Program : 
After Hours Classic Jam with the Jim Cullum Jazz Band and Dick Hyman

Dick Hyman

Dick Hyman. Photo courtesy of the artist

Piano master Dick Hyman has appeared on Riverwalk Jazz broadcasts more often than any other guest in its 24-year history. Whenever Dick Hyman visits San Antonio, we never miss an opportunity to capture the informal, after-hours jam sessions that often spontaneously ignite when Dick and members of The Jim Cullum Jazz Band get together wherever we might be recording. This session was recorded on May 19, 1993 at The Landing on San Antonio’s Paseo del Rio.


The tune "I'm Sorry I Made You Cry" began life as a sentimental, turn-of-the-century parlor song, but the hot duo-piano version performed here by Dick Hyman and Cullum Band pianist John Sheridan was inspired by the kind of footloose, no-holds-barred pianistics Dick often enjoyed as a college student in the late 40s, spending time at Nick's in the Village, the famous jazz night spot on 7th Avenue. Later in the show, Hyman and Sheridan team up on a lush rendition of Fats Waller's romantic "My Fate is In Your Hands." Not to be missed is the Hyman/Sheridan comic duet on a medley of tunes including, “Flat Foot Floogie with the Floy Floy” and “Cement Mixer/Putty, Putty.”


Young Dick Hyman

Young Dick Hyman. Photo courtesy of the artist

Though his name is little-known these days, except among jazz aficionados, Joe Sullivan was one of the top jazz piano players of the 1920s and 30s. Sullivan was at the heart of the Chicago scene, and made recordings with Louis Armstrong and Eddie Condon. In New York he made a series of recordings for producer John Hammond including an outstanding jazz tune Sullivan wrote—"Little Rock Getaway." The tune is usually performed as a piano feature, and this is no exception—it’s another outstanding Hyman/Sheridan duet.



"I Double Dare You," sung here by Cullum band guitarist Howard Elkins, was composed by Terry Shand, the San Antonio composer who wrote the 1944 hit song "Dance with a Dolly with a Hole in Her Stocking." Shand was part of the early 1920s hot jazz scene in San Antonio, which included the young trombonist Jack Teagarden. Bandleader Jim Cullum and his clarinetist father knew Terry Shand personally.


Dick Hyman and David Holt

Riverwalk Jazz host David Holt and pianist Dick Hyman at Pearl Stable. Photo by Jamie Karutz

On his solo version of "Try a Little Tenderness," Dick Hyman shows us why he is so widely regarded as a jazz master of the piano. It’s a swinging, highly inventive and original interpretation, harmonically sophisticated, and like most great jazz, firmly rooted in the blues. Hyman’s total command of vast virtuosic resources is reminiscent of Art Tatum.


Bessie Smith's record company gave her the title "Empress of the Blues" as a stunt to promote record sales, but it turns out they really got it right. The world was never the same after Bessie recorded "Beale Street Blues," "Yellow Dog Blues" and "Saint Louis Blues." On this broadcast, the Band plays one of her tunes, "Oh Daddy, Blues I Got the Meanest Kind," to which Dick Hyman contributes a piano solo chorus very much in the style of Earl "Fatha" Hines.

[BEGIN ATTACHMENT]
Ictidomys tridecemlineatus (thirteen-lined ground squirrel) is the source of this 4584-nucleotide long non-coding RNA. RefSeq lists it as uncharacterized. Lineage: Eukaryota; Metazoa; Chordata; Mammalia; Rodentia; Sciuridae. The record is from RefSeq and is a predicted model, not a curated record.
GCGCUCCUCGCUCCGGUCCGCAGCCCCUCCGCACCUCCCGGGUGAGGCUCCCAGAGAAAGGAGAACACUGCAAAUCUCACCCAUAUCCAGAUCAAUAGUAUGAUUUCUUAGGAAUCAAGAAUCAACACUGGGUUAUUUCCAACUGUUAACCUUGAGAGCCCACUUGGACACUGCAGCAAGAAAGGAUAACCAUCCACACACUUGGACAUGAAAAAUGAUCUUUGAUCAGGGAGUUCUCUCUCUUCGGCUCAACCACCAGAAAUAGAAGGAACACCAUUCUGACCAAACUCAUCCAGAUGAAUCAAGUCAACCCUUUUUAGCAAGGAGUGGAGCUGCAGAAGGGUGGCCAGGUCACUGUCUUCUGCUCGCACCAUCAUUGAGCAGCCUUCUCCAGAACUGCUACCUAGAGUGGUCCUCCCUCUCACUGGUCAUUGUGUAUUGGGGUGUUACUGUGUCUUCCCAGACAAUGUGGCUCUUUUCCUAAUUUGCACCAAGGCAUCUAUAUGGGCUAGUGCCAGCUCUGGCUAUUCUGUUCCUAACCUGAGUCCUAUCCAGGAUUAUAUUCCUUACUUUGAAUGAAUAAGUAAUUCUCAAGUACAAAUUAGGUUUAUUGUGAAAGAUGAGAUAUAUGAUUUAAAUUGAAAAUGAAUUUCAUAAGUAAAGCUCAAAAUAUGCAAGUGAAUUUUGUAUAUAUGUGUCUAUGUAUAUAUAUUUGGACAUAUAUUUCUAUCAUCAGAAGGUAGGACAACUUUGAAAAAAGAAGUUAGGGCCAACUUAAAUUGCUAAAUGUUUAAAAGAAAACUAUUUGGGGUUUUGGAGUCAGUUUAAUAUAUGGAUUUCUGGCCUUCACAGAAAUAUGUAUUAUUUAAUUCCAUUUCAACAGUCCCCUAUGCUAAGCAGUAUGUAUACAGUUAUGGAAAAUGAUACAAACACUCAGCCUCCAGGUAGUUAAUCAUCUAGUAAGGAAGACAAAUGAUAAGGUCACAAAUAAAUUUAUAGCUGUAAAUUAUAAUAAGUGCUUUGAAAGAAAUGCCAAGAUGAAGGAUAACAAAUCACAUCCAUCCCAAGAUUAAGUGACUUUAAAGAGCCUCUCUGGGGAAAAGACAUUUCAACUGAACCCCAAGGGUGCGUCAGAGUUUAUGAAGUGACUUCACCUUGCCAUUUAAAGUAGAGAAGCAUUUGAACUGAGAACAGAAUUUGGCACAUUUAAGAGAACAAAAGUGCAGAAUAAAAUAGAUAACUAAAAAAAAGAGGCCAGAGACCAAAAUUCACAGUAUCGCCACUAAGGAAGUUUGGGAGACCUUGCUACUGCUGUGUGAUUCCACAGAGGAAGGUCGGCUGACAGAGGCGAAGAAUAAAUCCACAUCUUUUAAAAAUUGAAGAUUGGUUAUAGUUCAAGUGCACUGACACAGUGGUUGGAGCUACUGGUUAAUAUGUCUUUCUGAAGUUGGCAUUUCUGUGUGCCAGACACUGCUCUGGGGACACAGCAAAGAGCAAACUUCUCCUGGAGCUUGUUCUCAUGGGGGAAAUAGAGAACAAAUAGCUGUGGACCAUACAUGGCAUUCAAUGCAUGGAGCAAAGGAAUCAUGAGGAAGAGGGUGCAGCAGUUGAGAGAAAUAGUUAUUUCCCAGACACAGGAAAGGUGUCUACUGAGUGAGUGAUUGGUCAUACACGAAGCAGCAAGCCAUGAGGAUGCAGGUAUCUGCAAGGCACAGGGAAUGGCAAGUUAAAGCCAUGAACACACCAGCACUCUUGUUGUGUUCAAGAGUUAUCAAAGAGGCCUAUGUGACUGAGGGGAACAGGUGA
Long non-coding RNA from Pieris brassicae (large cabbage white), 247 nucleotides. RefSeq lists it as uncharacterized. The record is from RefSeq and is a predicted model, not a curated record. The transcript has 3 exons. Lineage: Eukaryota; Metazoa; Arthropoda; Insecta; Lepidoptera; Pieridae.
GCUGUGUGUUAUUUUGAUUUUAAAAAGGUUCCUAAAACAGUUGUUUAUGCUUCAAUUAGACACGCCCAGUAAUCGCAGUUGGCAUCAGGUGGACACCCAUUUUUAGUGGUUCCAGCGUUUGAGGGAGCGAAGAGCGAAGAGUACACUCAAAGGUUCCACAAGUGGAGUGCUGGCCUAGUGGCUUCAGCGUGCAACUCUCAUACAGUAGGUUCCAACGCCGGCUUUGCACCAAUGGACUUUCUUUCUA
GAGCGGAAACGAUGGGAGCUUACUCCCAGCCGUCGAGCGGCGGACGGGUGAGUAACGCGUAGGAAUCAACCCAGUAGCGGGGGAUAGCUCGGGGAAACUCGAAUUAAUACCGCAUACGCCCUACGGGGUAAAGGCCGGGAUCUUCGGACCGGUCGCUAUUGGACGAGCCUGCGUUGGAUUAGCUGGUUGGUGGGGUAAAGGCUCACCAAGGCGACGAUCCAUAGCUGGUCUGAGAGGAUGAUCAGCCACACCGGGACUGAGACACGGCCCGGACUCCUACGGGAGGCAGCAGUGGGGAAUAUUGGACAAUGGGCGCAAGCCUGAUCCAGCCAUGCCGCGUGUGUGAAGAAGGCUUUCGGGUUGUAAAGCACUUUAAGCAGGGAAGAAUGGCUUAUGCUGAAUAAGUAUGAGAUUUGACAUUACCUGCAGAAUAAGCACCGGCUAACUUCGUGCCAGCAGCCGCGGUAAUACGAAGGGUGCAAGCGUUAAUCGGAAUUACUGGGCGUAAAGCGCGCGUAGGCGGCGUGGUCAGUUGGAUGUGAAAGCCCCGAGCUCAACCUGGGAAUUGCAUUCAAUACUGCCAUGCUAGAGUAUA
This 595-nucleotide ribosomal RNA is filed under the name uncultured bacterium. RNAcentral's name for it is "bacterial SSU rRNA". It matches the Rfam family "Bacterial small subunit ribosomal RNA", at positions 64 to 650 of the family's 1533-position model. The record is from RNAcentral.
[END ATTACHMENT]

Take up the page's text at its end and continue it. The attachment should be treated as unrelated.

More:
One of the pioneers to come out of the Kansas City jazz scene was a piano player named Mary Lou Williams. Jim Cullum says, "In the thirties, Kansas City was one hot place for jazz." On our show, Jim tells the story of the epic battle between saxophone giants Coleman Hawkins and Lester Young at a KC club, the Cherry Blossom. All the saxophone players in town showed up, and a jam session went on until the wee small hours. Mary Lou Williams was at home fast asleep, but at 1 AM she heard a tapping at her window. It was tenor player Ben Webster imploring her to come down to the club to relieve the other piano players, who by this time were all worn out. The story goes that Hawkins and Young battled it out until the next day at noon. "Roll 'Em" is a boogie-woogie piano blues Mary Lou Williams composed recalling those wild days in Kansas City. The tune became a smash hit for the Benny Goodman Orchestra and helped launch the pop music boogie-woogie craze of the 1940s.


As a bonus, our show includes a performance by Dick Hyman of a song he wrote for the 1983 Woody Allen film Zelig. "Doin' the Chameleon" is about a character who, as Dick says,  "was a chameleonic kind of fellow."


Dick sings the lyrics:


There's a brand new dance come up the river
Just chirp your head and shake your liver
You're Doin' The Chameleon.


Make a face that's like a lizard and
Feel that the beat down in your gizzard
You're Doin' The Chameleon


Stick out your tongue the way the reptiles do
Trying to catch a fly
Inflate your lung like big crocodiles do
Hey, hey, my oh my!


Photo credit for Home Page image: Dick Hyman. Photo courtesy of the artist